Tuesday night at DPAC was a good news/bad news situation. The bad news: the much-publicized Christie Brinkley was not able to perform her role of Roxie Hart in Chicago, due to illness. The good news: Bianca Marroquin was flown in from NYC, right from the Broadway production of Chicago to fill in for Brinkley. The best news: Marroquin is brilliant! She absolutely oozes star quality from every pore of her body, and the audience forgot, within seconds of Marroquin's entrance, that they were not seeing the person they thought they would see in the role.
It was only later, after taking copious notes about how amazing the entire cast was at hitting every single mark, every nuance of choreography, and that entire cast's chemistry was deliciously convincing, that I found out that Bianca Marroquin literally got off the plane and walked onto the stage, without even introductions, much less a last-minute rehearsal with a new cast. The show was absolutely seamless, and ran like a cast that's been doing it every day for ten years.
Chicago, based on a play of the same name, was originally produced on Broadway in 1975, and was written by the legendary duo Kander and Ebb. John Kander wrote the music, and Fred Ebb wrote the lyrics. Ebb and Bob Fosse wrote the book. The story tells of two "merry murderesses" in 1920s Chicago and their attempts, along with their bigshot lawyer, to escape conviction. The musical, which has been a popular hit since its Broadway revival in 1996, is still a tried-and-true classic. The noteworthy elements are the on-stage jazz band, the big musical numbers, and the Fosse-style choreography.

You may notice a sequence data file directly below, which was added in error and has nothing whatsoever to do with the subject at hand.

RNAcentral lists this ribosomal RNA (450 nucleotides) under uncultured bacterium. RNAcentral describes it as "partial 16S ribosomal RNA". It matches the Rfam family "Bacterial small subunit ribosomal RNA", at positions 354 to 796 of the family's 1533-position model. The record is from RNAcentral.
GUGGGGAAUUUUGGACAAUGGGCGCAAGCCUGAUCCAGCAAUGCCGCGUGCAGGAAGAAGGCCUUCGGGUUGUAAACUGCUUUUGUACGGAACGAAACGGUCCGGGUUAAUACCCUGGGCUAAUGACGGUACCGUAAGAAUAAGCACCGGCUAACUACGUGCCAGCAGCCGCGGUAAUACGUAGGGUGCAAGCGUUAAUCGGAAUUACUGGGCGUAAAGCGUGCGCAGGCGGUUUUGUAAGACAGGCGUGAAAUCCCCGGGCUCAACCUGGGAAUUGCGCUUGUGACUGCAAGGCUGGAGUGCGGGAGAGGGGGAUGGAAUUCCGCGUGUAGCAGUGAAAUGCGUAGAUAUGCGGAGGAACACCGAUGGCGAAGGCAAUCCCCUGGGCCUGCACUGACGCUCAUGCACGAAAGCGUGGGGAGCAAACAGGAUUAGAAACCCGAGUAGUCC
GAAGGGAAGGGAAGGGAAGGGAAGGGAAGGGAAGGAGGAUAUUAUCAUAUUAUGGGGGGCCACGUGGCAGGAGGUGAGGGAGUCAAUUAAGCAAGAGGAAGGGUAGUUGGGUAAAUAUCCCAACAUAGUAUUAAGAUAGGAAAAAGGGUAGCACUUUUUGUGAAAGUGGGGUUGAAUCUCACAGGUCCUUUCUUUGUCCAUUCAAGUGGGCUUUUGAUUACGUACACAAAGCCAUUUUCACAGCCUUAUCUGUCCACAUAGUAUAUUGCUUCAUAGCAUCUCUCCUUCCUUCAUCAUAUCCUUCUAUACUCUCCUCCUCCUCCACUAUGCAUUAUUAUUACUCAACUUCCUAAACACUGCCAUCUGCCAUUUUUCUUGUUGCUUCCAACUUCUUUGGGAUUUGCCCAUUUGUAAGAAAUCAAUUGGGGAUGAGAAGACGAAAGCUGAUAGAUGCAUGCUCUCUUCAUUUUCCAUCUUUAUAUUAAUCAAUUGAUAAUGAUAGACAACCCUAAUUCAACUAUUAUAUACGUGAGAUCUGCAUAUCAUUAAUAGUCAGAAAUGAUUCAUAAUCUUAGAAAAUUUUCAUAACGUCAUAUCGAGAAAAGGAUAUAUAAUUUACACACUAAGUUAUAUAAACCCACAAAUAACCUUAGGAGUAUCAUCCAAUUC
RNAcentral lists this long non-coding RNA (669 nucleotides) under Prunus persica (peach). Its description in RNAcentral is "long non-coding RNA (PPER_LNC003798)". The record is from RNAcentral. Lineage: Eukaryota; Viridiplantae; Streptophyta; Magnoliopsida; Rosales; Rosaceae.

The musical numbers were brilliantly danced, with every signature Fosse isolation in perfect synchronization right down to every actor's pinky finger. The style of the piece is captivating and unique. The singers were brilliant, particularly Kecia Lewis-Evans as Matron "Mama" Morton, who showed her impossible range in the crowd-favorite "When You're Good to Mama," and revealed her softer side when beautifully harmonizing with Amra-Faye Wright (as the iconic Velma Kelly) in the second-act number "Class." Tony Yazbeck was a delightfully convincing Billy Flynn, the lawyer with questionable but effective tactics, and Ron Orbach was irresistible as the overlooked Amos Hart. The cast was rounded out by a phenomenal ensemble, every one of whom has the talent of a star. Every note, every movement, every pause came together for an incredibly enjoyable night of theater.
As I write this review, I'm racking my brain to think of something negative to say about this performance of Chicago, and I'm coming up empty. If this review seems one-sided, it's because the entire experience of seeing the show was one-sided, and that one side was brilliant. I can't render it any other way.
Chicago runs through August 5. For tickets and more information, visit www.dpacnc.com.